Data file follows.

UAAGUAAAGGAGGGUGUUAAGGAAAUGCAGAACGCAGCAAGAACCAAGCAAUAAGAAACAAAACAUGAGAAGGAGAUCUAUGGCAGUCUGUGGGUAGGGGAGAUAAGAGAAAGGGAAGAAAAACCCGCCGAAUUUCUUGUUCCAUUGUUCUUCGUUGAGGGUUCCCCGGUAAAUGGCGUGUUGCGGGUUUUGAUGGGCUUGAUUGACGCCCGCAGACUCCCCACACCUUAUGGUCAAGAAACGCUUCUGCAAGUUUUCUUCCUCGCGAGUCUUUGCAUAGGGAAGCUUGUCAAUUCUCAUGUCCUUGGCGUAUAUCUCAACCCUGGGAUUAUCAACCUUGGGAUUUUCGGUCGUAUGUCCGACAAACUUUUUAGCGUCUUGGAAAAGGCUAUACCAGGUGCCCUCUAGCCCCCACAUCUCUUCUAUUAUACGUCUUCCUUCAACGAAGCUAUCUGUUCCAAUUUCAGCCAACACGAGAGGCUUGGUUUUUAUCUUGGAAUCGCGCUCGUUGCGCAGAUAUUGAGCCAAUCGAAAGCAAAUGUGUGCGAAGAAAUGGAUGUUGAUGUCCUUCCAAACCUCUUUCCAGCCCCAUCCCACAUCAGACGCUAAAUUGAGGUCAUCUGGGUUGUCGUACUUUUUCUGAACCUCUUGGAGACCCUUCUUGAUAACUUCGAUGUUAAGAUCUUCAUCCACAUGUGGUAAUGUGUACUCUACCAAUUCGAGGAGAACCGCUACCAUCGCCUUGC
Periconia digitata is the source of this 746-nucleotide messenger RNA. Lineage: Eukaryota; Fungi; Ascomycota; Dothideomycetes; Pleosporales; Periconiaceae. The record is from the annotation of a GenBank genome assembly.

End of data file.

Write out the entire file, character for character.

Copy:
UAAGUAAAGGAGGGUGUUAAGGAAAUGCAGAACGCAGCAAGAACCAAGCAAUAAGAAACAAAACAUGAGAAGGAGAUCUAUGGCAGUCUGUGGGUAGGGGAGAUAAGAGAAAGGGAAGAAAAACCCGCCGAAUUUCUUGUUCCAUUGUUCUUCGUUGAGGGUUCCCCGGUAAAUGGCGUGUUGCGGGUUUUGAUGGGCUUGAUUGACGCCCGCAGACUCCCCACACCUUAUGGUCAAGAAACGCUUCUGCAAGUUUUCUUCCUCGCGAGUCUUUGCAUAGGGAAGCUUGUCAAUUCUCAUGUCCUUGGCGUAUAUCUCAACCCUGGGAUUAUCAACCUUGGGAUUUUCGGUCGUAUGUCCGACAAACUUUUUAGCGUCUUGGAAAAGGCUAUACCAGGUGCCCUCUAGCCCCCACAUCUCUUCUAUUAUACGUCUUCCUUCAACGAAGCUAUCUGUUCCAAUUUCAGCCAACACGAGAGGCUUGGUUUUUAUCUUGGAAUCGCGCUCGUUGCGCAGAUAUUGAGCCAAUCGAAAGCAAAUGUGUGCGAAGAAAUGGAUGUUGAUGUCCUUCCAAACCUCUUUCCAGCCCCAUCCCACAUCAGACGCUAAAUUGAGGUCAUCUGGGUUGUCGUACUUUUUCUGAACCUCUUGGAGACCCUUCUUGAUAACUUCGAUGUUAAGAUCUUCAUCCACAUGUGGUAAUGUGUACUCUACCAAUUCGAGGAGAACCGCUACCAUCGCCUUGC
Periconia digitata is the source of this 746-nucleotide messenger RNA. Lineage: Eukaryota; Fungi; Ascomycota; Dothideomycetes; Pleosporales; Periconiaceae. The record is from the annotation of a GenBank genome assembly.